American Sign Language - More Than Just Hands

by Weronika Lass

American Sign Language (ASL) is easily the most popular sign language of deaf communities in the United States, but also the anglophone part of Canada, West Africa or even Southeast Asia. ASL grew out of the French Sign Language, which was created around 1755. ASL itself originated at the American School for the Deaf established by Thomas Hopkins Gallaudet in 1817.

As more schools for the deaf were founded across the states, ASL spread and thanks to the development of nationwide organizations, such as the National Association for the Deaf or the National Fraternal Society of the Deaf, the language started to be used over a very wide geographic area - something that's generally untypical for sign languages.

One popular misconception is that ASL is basically English, but translated into signs. That's simply not true - ASL is a complex natural language that should be treated as a separate linguistic compound. Still, ASL differs from spoken languages - it doesn't have a written form and it's purely visual.

Read on to find out the basics of ASL, clear up some popular misconceptions about this sign language and see what this remarkably popular sign language is really about.

Signing a language

People who don't speak a sign language usually assume that it's just about the hand gestures - if you want to say 'house' you just form your hands into a roof and that's the end of story. ASL isn't a charade - the language features lots of abstract words like 'if' or 'since', which have specific gestures ascribed to them by convention.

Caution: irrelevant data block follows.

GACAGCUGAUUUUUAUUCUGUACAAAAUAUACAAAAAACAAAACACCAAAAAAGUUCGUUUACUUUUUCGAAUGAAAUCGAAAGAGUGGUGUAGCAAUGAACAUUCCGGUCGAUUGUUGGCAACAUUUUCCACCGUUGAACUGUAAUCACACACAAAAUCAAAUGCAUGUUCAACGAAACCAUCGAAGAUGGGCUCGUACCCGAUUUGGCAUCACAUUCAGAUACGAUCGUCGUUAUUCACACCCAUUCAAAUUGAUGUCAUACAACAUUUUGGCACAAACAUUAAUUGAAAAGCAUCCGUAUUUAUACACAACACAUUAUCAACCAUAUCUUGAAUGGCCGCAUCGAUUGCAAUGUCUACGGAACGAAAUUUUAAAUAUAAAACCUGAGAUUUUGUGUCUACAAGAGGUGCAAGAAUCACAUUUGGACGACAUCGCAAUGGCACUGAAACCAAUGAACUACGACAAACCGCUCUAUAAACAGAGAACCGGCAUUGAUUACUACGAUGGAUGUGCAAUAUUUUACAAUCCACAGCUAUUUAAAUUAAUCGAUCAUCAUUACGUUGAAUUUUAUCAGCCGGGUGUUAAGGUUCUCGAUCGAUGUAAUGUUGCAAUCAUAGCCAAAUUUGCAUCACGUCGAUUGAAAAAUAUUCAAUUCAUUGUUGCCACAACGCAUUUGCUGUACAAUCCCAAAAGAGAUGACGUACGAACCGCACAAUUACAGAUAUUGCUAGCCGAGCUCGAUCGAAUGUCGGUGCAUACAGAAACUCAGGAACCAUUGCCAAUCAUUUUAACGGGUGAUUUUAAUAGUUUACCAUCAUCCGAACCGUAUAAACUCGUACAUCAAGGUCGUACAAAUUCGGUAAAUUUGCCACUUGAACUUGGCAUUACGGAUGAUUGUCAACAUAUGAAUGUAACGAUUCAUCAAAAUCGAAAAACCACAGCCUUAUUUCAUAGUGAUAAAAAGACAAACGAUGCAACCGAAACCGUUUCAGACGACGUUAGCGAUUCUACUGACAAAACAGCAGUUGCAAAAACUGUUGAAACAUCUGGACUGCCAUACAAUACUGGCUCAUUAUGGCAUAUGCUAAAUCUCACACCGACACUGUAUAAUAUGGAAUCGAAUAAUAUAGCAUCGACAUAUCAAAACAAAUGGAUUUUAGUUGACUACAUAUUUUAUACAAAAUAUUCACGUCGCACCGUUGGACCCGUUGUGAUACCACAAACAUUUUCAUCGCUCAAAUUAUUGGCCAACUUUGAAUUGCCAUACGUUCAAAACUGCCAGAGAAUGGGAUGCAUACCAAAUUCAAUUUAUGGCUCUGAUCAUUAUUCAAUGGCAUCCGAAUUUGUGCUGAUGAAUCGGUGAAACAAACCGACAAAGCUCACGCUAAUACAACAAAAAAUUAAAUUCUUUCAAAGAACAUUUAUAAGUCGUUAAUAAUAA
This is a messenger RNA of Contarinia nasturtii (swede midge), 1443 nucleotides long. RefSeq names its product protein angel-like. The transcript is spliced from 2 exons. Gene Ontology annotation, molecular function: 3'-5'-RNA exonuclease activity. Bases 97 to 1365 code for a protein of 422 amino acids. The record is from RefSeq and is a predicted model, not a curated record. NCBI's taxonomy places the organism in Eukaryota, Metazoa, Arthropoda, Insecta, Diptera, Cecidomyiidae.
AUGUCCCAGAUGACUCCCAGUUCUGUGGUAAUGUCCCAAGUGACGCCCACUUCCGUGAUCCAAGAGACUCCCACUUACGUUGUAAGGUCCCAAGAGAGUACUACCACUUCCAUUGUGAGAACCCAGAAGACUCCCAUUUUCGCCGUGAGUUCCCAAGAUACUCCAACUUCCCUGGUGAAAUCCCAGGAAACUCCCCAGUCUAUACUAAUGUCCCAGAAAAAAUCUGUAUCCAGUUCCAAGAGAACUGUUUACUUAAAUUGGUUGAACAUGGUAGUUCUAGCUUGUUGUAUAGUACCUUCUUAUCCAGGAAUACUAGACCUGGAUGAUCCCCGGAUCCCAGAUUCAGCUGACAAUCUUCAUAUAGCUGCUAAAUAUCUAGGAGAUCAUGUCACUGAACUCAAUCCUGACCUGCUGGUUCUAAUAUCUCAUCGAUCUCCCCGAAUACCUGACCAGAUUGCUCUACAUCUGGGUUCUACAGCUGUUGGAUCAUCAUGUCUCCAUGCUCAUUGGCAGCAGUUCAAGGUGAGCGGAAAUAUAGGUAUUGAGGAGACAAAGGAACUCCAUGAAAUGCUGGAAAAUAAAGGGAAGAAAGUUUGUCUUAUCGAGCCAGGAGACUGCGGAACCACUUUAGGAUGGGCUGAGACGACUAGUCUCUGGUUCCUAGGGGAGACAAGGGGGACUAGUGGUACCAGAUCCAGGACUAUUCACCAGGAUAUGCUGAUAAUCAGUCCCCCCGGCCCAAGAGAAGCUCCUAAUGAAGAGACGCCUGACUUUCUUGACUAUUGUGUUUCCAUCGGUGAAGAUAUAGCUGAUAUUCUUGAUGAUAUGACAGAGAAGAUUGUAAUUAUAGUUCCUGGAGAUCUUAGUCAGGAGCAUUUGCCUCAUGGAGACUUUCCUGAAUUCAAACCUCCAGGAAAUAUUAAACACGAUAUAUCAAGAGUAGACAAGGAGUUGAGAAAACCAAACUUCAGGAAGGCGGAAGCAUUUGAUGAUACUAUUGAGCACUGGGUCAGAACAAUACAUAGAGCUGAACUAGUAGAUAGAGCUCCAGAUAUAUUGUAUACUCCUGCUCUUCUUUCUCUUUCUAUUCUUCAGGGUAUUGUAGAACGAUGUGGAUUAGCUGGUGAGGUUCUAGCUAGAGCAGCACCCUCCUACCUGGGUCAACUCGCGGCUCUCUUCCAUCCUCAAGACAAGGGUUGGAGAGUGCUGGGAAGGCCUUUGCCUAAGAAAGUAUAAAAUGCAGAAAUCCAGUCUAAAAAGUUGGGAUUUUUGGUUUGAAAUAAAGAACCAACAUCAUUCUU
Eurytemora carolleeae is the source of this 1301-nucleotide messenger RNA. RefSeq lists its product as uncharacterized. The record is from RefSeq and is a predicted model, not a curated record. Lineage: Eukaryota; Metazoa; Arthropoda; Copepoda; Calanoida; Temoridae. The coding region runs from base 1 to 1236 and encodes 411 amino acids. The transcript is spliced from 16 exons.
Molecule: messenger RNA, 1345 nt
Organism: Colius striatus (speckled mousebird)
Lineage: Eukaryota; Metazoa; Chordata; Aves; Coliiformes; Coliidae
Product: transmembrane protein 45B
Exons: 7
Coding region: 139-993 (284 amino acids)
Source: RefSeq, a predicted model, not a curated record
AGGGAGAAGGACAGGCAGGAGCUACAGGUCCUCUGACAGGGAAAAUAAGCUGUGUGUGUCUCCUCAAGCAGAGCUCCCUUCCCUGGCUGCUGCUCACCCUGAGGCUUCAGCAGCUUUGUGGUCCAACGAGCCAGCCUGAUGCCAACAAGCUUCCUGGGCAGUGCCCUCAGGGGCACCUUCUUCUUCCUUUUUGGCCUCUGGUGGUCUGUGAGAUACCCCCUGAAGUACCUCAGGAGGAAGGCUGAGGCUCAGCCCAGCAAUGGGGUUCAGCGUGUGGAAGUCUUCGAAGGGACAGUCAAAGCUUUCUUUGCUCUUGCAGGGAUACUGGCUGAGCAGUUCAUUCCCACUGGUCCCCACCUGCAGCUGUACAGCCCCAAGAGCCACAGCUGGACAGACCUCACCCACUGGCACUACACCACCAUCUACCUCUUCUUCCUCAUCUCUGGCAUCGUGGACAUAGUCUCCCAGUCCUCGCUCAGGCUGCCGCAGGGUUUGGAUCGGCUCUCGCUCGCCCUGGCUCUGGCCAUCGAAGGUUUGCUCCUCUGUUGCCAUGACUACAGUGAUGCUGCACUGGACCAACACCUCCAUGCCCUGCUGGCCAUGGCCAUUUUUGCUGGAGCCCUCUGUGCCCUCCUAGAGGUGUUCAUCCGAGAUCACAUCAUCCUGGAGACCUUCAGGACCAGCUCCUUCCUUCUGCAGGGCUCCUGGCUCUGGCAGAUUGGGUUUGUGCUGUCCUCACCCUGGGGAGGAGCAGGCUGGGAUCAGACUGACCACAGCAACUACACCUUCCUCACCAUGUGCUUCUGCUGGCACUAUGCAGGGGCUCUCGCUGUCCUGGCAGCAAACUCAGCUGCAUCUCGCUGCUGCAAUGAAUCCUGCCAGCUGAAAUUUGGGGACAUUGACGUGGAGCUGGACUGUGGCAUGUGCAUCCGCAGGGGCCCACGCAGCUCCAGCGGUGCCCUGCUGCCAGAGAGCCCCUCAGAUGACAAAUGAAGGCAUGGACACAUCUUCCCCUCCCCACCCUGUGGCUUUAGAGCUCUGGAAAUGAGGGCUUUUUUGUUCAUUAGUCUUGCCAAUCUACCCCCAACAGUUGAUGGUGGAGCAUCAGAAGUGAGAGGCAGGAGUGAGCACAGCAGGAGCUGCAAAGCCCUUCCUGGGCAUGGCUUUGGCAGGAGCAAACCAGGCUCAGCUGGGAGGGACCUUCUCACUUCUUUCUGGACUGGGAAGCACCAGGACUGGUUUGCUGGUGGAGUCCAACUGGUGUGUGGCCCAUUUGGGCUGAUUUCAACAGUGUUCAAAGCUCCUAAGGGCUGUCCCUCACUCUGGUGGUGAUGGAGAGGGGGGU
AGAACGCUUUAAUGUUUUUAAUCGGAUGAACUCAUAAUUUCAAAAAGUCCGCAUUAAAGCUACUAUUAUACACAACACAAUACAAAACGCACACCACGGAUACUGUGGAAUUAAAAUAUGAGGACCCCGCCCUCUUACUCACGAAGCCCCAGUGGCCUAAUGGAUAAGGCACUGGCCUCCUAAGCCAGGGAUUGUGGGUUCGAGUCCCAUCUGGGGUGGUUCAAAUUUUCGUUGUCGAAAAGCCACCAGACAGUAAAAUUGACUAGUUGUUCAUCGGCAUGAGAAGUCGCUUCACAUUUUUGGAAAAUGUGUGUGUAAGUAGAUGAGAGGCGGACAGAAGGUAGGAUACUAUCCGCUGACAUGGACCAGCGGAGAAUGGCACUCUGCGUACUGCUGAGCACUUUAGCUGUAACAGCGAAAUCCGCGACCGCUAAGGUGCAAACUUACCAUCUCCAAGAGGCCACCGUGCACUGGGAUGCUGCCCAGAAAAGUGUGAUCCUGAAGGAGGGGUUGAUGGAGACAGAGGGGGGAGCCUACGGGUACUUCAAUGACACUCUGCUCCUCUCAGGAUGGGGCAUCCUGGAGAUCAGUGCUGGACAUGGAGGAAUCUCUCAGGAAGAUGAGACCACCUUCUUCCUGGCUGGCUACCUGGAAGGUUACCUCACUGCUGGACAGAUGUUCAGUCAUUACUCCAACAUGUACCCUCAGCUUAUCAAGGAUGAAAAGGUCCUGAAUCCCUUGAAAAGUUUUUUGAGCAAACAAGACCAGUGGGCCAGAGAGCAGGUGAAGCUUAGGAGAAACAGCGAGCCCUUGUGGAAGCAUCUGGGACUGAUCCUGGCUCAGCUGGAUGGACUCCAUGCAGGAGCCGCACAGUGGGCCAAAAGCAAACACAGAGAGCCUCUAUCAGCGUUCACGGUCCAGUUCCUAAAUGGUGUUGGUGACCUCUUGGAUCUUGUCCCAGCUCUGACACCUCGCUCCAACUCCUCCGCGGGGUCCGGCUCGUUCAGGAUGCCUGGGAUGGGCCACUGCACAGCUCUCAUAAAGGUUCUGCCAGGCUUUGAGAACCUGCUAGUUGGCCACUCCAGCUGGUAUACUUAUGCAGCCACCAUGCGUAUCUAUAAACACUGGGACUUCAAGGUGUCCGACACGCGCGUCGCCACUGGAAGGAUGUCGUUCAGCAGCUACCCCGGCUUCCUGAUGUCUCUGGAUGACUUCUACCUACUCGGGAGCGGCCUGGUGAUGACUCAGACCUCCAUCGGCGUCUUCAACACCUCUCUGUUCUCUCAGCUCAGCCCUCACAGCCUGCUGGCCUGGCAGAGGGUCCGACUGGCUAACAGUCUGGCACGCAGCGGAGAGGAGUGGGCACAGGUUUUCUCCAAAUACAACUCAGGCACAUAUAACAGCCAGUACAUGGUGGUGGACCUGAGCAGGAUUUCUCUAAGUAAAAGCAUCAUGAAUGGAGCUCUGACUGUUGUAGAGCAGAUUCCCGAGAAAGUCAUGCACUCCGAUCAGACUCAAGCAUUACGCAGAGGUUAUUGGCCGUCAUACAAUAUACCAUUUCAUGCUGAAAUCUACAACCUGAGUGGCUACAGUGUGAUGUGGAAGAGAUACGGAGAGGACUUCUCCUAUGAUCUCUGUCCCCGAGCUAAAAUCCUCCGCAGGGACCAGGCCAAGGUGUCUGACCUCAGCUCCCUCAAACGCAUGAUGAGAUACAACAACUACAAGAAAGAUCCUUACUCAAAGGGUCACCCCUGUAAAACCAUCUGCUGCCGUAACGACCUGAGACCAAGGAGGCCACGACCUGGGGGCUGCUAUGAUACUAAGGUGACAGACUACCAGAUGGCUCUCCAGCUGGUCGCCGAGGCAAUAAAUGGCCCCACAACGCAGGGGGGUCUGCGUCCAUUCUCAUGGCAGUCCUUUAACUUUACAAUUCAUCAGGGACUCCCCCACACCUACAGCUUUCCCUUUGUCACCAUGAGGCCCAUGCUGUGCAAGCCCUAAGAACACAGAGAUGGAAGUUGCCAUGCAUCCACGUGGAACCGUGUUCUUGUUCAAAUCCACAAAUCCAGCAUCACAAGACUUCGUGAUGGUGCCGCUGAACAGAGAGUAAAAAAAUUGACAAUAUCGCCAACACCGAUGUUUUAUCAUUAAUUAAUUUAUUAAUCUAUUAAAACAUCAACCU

Apart from hand movements and gestures, there are many other factors that influence the final meaning of a message transmitted through ASL.

First, there's the position. If you look only at the hands and how they move, you'll be surprised to find out that the signs for man and woman look very similar. Seeing those signs in their context, you'll immediately note that while male words tend to be signed close to your forehead, female signs usually hover around the chin. One sign can mean very different things depending on where it was signed in reference to the signer's body.

Second, there's the direction your dominant had is pointing to. Depending on whether your hand points up, down, left, right, to or away from your body, you'll create a different meaning.

Third, there are the facial expressions that convey the core message. In order to ask various kinds of questions, signers will assume different expressions - for instance, eyebrows put together or raised. When asking a yes/no type of question, the signer will raise their eyebrows and tilt their head down a little to accentuate the question. WH-questions like why?, what? and where? are signed with eyebrows together, and head tilted to a side.

As you can see, there's far more to ASL than you'd suspect. Read on for some basic details on ASL grammar.

Word order and word formation

Word order in ASL can be tricky. When asking one of those WH-questions, for instance 'What is your name?', in ASL you'll need to move the word to the very end of the sentence and say something like this: 'Your name what?'.